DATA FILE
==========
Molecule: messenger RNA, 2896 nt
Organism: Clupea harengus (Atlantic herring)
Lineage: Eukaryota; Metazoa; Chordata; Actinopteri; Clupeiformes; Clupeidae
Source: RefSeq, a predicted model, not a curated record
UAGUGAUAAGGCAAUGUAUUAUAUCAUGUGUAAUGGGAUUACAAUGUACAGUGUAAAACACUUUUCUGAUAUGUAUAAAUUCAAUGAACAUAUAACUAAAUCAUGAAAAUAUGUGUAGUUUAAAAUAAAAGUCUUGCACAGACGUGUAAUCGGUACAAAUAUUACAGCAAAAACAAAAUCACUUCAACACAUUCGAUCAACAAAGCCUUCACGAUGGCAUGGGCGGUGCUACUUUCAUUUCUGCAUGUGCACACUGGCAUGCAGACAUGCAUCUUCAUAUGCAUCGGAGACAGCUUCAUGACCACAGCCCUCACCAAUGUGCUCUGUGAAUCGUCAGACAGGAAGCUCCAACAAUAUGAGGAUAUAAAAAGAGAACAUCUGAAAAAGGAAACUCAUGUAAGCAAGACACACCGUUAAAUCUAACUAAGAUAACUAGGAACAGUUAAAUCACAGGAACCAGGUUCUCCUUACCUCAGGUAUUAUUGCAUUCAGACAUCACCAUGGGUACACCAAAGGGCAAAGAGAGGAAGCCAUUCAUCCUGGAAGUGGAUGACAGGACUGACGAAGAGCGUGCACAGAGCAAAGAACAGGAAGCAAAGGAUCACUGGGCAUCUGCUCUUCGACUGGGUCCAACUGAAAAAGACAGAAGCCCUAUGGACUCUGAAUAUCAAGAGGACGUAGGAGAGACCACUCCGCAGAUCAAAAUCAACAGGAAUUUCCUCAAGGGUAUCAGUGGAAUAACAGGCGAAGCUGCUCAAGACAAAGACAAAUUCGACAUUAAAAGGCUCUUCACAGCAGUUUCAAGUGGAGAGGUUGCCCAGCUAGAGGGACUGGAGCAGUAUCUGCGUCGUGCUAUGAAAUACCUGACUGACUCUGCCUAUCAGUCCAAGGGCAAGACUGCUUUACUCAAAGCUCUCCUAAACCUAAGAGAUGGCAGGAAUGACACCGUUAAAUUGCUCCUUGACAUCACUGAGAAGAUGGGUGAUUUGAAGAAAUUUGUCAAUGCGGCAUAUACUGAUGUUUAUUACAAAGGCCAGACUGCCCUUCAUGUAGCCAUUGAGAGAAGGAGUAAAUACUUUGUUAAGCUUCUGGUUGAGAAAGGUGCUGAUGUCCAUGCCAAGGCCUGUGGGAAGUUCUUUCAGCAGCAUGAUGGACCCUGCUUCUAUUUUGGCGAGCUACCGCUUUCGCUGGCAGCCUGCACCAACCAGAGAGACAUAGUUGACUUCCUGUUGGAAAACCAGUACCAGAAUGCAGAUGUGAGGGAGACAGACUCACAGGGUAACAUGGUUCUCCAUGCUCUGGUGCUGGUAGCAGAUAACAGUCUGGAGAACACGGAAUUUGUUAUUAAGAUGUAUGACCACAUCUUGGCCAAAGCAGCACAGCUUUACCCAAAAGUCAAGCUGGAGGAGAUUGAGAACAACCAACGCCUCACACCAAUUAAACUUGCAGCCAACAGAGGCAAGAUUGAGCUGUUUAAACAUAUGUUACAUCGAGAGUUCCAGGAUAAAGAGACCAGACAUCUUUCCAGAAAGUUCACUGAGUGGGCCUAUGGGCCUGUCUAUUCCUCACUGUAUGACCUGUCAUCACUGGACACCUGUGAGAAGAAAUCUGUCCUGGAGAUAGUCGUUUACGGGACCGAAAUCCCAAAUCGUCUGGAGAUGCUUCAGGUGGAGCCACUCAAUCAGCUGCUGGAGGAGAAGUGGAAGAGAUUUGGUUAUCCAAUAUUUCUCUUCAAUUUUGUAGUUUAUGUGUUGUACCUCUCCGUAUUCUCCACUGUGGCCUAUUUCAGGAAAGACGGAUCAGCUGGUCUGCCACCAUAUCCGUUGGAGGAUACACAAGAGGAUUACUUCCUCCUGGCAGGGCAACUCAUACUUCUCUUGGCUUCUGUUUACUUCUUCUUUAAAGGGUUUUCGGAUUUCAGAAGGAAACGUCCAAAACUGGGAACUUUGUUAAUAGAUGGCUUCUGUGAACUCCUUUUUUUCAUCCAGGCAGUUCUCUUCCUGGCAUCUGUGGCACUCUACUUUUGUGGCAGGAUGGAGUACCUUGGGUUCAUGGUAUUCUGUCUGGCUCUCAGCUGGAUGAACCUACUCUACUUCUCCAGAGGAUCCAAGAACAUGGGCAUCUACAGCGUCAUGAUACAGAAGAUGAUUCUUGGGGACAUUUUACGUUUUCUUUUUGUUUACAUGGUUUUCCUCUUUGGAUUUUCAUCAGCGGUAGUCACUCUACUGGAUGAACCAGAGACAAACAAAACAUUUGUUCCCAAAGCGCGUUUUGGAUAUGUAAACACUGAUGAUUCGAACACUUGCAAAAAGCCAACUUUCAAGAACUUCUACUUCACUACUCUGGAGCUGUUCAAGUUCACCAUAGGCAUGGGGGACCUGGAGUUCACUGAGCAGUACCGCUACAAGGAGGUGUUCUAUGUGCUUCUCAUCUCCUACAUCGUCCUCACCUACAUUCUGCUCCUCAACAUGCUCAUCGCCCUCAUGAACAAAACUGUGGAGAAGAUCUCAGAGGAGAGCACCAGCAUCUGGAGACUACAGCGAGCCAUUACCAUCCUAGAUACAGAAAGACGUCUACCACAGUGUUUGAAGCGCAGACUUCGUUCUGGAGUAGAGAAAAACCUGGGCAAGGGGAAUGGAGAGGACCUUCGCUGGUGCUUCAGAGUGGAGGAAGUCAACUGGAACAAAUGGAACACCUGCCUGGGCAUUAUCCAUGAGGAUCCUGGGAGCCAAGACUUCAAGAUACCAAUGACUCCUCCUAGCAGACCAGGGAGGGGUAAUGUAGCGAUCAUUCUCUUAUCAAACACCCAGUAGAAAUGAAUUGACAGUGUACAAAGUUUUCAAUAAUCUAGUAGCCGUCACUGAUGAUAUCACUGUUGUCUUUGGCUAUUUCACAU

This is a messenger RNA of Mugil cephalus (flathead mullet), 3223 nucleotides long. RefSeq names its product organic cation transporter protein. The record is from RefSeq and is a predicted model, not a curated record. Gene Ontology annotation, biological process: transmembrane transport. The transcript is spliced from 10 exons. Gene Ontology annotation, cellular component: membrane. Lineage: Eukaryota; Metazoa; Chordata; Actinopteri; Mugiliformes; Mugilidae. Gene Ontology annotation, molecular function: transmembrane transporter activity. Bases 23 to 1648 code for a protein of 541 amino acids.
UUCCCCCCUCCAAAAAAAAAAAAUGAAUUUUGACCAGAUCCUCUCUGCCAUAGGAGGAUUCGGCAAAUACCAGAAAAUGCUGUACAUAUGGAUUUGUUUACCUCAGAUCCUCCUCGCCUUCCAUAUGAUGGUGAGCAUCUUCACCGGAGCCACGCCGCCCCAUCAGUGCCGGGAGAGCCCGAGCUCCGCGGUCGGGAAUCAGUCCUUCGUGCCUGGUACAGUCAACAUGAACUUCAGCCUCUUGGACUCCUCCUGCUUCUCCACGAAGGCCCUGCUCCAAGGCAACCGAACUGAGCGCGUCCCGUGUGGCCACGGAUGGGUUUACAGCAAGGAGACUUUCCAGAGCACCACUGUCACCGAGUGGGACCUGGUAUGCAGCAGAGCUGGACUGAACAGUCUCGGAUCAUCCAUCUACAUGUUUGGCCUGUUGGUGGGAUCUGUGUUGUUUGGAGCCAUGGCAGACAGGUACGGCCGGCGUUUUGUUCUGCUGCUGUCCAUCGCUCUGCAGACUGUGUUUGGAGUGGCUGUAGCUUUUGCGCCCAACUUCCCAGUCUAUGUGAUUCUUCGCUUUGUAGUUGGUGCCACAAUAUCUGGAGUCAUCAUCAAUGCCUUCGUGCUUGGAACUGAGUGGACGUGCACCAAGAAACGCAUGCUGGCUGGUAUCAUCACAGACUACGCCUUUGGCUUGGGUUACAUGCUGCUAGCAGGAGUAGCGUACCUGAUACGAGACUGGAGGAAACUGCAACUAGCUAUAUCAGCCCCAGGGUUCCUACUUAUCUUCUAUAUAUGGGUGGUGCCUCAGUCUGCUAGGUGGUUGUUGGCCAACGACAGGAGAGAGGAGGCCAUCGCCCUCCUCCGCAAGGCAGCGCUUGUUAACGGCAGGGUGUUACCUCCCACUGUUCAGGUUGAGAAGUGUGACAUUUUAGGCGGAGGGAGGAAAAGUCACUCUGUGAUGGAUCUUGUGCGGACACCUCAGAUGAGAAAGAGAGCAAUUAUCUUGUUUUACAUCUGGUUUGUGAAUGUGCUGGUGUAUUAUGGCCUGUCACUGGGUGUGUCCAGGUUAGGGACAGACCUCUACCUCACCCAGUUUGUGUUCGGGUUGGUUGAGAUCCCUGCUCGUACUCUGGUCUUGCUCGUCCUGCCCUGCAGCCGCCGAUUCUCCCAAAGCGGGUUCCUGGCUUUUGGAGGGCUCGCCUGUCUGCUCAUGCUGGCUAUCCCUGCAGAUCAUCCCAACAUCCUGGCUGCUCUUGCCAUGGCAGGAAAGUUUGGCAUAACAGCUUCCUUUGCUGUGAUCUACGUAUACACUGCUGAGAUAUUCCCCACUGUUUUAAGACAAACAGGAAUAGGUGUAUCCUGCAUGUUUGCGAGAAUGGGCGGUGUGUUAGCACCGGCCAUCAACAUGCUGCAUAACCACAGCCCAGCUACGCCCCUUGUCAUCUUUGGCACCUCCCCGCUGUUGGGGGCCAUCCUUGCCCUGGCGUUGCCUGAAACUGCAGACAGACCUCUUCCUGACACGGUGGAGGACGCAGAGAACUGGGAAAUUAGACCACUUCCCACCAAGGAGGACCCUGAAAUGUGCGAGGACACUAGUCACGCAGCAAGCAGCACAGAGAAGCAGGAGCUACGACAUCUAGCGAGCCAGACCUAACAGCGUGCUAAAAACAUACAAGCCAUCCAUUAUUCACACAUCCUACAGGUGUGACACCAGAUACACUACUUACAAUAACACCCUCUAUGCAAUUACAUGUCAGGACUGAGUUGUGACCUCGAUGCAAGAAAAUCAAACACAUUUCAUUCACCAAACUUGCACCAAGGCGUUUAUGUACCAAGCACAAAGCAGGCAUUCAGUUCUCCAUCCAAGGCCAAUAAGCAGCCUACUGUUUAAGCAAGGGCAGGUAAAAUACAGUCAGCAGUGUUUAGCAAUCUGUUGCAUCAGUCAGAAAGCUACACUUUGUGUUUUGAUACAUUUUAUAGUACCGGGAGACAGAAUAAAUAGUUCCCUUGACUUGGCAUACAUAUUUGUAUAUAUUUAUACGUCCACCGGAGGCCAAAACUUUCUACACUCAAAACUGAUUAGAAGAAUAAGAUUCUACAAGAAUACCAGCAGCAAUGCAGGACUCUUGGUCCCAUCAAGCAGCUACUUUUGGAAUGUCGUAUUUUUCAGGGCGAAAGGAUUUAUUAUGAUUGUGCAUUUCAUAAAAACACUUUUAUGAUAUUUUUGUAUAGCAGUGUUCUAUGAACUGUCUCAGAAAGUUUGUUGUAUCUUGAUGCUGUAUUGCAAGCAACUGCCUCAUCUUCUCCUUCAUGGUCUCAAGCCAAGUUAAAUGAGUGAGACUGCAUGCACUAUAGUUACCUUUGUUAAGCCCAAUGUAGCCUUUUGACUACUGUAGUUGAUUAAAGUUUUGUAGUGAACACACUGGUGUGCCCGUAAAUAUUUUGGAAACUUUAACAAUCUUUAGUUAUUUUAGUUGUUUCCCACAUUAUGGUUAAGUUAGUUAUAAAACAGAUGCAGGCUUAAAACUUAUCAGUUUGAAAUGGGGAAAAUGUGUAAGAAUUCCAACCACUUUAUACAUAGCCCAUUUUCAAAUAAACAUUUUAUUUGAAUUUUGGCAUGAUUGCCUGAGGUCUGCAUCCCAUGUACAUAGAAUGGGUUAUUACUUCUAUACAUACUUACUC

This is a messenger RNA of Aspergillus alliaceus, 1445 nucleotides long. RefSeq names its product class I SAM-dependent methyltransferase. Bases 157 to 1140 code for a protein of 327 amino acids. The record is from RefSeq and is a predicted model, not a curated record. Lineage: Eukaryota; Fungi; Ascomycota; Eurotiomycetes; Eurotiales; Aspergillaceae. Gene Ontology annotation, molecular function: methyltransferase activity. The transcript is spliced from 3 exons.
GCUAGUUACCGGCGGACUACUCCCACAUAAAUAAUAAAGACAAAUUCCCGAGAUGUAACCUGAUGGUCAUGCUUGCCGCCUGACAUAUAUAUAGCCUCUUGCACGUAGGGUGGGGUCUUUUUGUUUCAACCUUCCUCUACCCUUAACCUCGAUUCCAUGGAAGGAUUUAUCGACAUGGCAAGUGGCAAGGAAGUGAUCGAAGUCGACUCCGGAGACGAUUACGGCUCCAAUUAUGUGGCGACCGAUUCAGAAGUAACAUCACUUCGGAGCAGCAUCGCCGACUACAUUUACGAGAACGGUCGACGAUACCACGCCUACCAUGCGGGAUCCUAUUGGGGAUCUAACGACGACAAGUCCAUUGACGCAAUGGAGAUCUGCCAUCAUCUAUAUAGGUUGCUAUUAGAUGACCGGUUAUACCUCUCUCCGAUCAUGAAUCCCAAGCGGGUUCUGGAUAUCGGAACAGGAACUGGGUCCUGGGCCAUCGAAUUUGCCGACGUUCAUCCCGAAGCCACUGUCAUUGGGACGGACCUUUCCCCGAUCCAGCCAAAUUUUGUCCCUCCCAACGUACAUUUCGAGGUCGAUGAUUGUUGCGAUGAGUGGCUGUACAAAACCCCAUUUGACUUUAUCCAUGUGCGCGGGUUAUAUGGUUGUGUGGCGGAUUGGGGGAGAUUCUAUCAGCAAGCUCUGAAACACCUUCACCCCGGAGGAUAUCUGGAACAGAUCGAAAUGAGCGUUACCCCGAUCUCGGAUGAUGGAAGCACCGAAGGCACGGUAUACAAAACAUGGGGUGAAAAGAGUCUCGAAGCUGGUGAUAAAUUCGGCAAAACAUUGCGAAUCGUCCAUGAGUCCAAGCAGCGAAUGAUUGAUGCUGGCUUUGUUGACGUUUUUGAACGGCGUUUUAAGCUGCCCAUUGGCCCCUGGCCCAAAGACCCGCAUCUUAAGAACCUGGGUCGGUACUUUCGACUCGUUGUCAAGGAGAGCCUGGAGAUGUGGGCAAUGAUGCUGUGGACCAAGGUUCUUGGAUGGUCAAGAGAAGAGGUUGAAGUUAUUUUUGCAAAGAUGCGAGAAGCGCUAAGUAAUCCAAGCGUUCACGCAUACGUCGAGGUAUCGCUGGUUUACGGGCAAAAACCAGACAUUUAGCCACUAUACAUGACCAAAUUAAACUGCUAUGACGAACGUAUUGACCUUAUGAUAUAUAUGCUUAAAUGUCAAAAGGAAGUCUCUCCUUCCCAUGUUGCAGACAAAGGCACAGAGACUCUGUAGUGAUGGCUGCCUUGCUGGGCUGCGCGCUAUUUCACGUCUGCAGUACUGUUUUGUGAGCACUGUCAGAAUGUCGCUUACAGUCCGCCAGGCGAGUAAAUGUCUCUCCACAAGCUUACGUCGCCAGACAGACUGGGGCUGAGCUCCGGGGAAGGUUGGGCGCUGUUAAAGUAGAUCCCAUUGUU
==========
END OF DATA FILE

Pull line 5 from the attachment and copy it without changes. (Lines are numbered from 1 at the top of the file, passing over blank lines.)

UAGUGAUAAGGCAAUGUAUUAUAUCAUGUGUAAUGGGAUUACAAUGUACAGUGUAAAACACUUUUCUGAUAUGUAUAAAUUCAAUGAACAUAUAACUAAAUCAUGAAAAUAUGUGUAGUUUAAAAUAAAAGUCUUGCACAGACGUGUAAUCGGUACAAAUAUUACAGCAAAAACAAAAUCACUUCAACACAUUCGAUCAACAAAGCCUUCACGAUGGCAUGGGCGGUGCUACUUUCAUUUCUGCAUGUGCACACUGGCAUGCAGACAUGCAUCUUCAUAUGCAUCGGAGACAGCUUCAUGACCACAGCCCUCACCAAUGUGCUCUGUGAAUCGUCAGACAGGAAGCUCCAACAAUAUGAGGAUAUAAAAAGAGAACAUCUGAAAAAGGAAACUCAUGUAAGCAAGACACACCGUUAAAUCUAACUAAGAUAACUAGGAACAGUUAAAUCACAGGAACCAGGUUCUCCUUACCUCAGGUAUUAUUGCAUUCAGACAUCACCAUGGGUACACCAAAGGGCAAAGAGAGGAAGCCAUUCAUCCUGGAAGUGGAUGACAGGACUGACGAAGAGCGUGCACAGAGCAAAGAACAGGAAGCAAAGGAUCACUGGGCAUCUGCUCUUCGACUGGGUCCAACUGAAAAAGACAGAAGCCCUAUGGACUCUGAAUAUCAAGAGGACGUAGGAGAGACCACUCCGCAGAUCAAAAUCAACAGGAAUUUCCUCAAGGGUAUCAGUGGAAUAACAGGCGAAGCUGCUCAAGACAAAGACAAAUUCGACAUUAAAAGGCUCUUCACAGCAGUUUCAAGUGGAGAGGUUGCCCAGCUAGAGGGACUGGAGCAGUAUCUGCGUCGUGCUAUGAAAUACCUGACUGACUCUGCCUAUCAGUCCAAGGGCAAGACUGCUUUACUCAAAGCUCUCCUAAACCUAAGAGAUGGCAGGAAUGACACCGUUAAAUUGCUCCUUGACAUCACUGAGAAGAUGGGUGAUUUGAAGAAAUUUGUCAAUGCGGCAUAUACUGAUGUUUAUUACAAAGGCCAGACUGCCCUUCAUGUAGCCAUUGAGAGAAGGAGUAAAUACUUUGUUAAGCUUCUGGUUGAGAAAGGUGCUGAUGUCCAUGCCAAGGCCUGUGGGAAGUUCUUUCAGCAGCAUGAUGGACCCUGCUUCUAUUUUGGCGAGCUACCGCUUUCGCUGGCAGCCUGCACCAACCAGAGAGACAUAGUUGACUUCCUGUUGGAAAACCAGUACCAGAAUGCAGAUGUGAGGGAGACAGACUCACAGGGUAACAUGGUUCUCCAUGCUCUGGUGCUGGUAGCAGAUAACAGUCUGGAGAACACGGAAUUUGUUAUUAAGAUGUAUGACCACAUCUUGGCCAAAGCAGCACAGCUUUACCCAAAAGUCAAGCUGGAGGAGAUUGAGAACAACCAACGCCUCACACCAAUUAAACUUGCAGCCAACAGAGGCAAGAUUGAGCUGUUUAAACAUAUGUUACAUCGAGAGUUCCAGGAUAAAGAGACCAGACAUCUUUCCAGAAAGUUCACUGAGUGGGCCUAUGGGCCUGUCUAUUCCUCACUGUAUGACCUGUCAUCACUGGACACCUGUGAGAAGAAAUCUGUCCUGGAGAUAGUCGUUUACGGGACCGAAAUCCCAAAUCGUCUGGAGAUGCUUCAGGUGGAGCCACUCAAUCAGCUGCUGGAGGAGAAGUGGAAGAGAUUUGGUUAUCCAAUAUUUCUCUUCAAUUUUGUAGUUUAUGUGUUGUACCUCUCCGUAUUCUCCACUGUGGCCUAUUUCAGGAAAGACGGAUCAGCUGGUCUGCCACCAUAUCCGUUGGAGGAUACACAAGAGGAUUACUUCCUCCUGGCAGGGCAACUCAUACUUCUCUUGGCUUCUGUUUACUUCUUCUUUAAAGGGUUUUCGGAUUUCAGAAGGAAACGUCCAAAACUGGGAACUUUGUUAAUAGAUGGCUUCUGUGAACUCCUUUUUUUCAUCCAGGCAGUUCUCUUCCUGGCAUCUGUGGCACUCUACUUUUGUGGCAGGAUGGAGUACCUUGGGUUCAUGGUAUUCUGUCUGGCUCUCAGCUGGAUGAACCUACUCUACUUCUCCAGAGGAUCCAAGAACAUGGGCAUCUACAGCGUCAUGAUACAGAAGAUGAUUCUUGGGGACAUUUUACGUUUUCUUUUUGUUUACAUGGUUUUCCUCUUUGGAUUUUCAUCAGCGGUAGUCACUCUACUGGAUGAACCAGAGACAAACAAAACAUUUGUUCCCAAAGCGCGUUUUGGAUAUGUAAACACUGAUGAUUCGAACACUUGCAAAAAGCCAACUUUCAAGAACUUCUACUUCACUACUCUGGAGCUGUUCAAGUUCACCAUAGGCAUGGGGGACCUGGAGUUCACUGAGCAGUACCGCUACAAGGAGGUGUUCUAUGUGCUUCUCAUCUCCUACAUCGUCCUCACCUACAUUCUGCUCCUCAACAUGCUCAUCGCCCUCAUGAACAAAACUGUGGAGAAGAUCUCAGAGGAGAGCACCAGCAUCUGGAGACUACAGCGAGCCAUUACCAUCCUAGAUACAGAAAGACGUCUACCACAGUGUUUGAAGCGCAGACUUCGUUCUGGAGUAGAGAAAAACCUGGGCAAGGGGAAUGGAGAGGACCUUCGCUGGUGCUUCAGAGUGGAGGAAGUCAACUGGAACAAAUGGAACACCUGCCUGGGCAUUAUCCAUGAGGAUCCUGGGAGCCAAGACUUCAAGAUACCAAUGACUCCUCCUAGCAGACCAGGGAGGGGUAAUGUAGCGAUCAUUCUCUUAUCAAACACCCAGUAGAAAUGAAUUGACAGUGUACAAAGUUUUCAAUAAUCUAGUAGCCGUCACUGAUGAUAUCACUGUUGUCUUUGGCUAUUUCACAU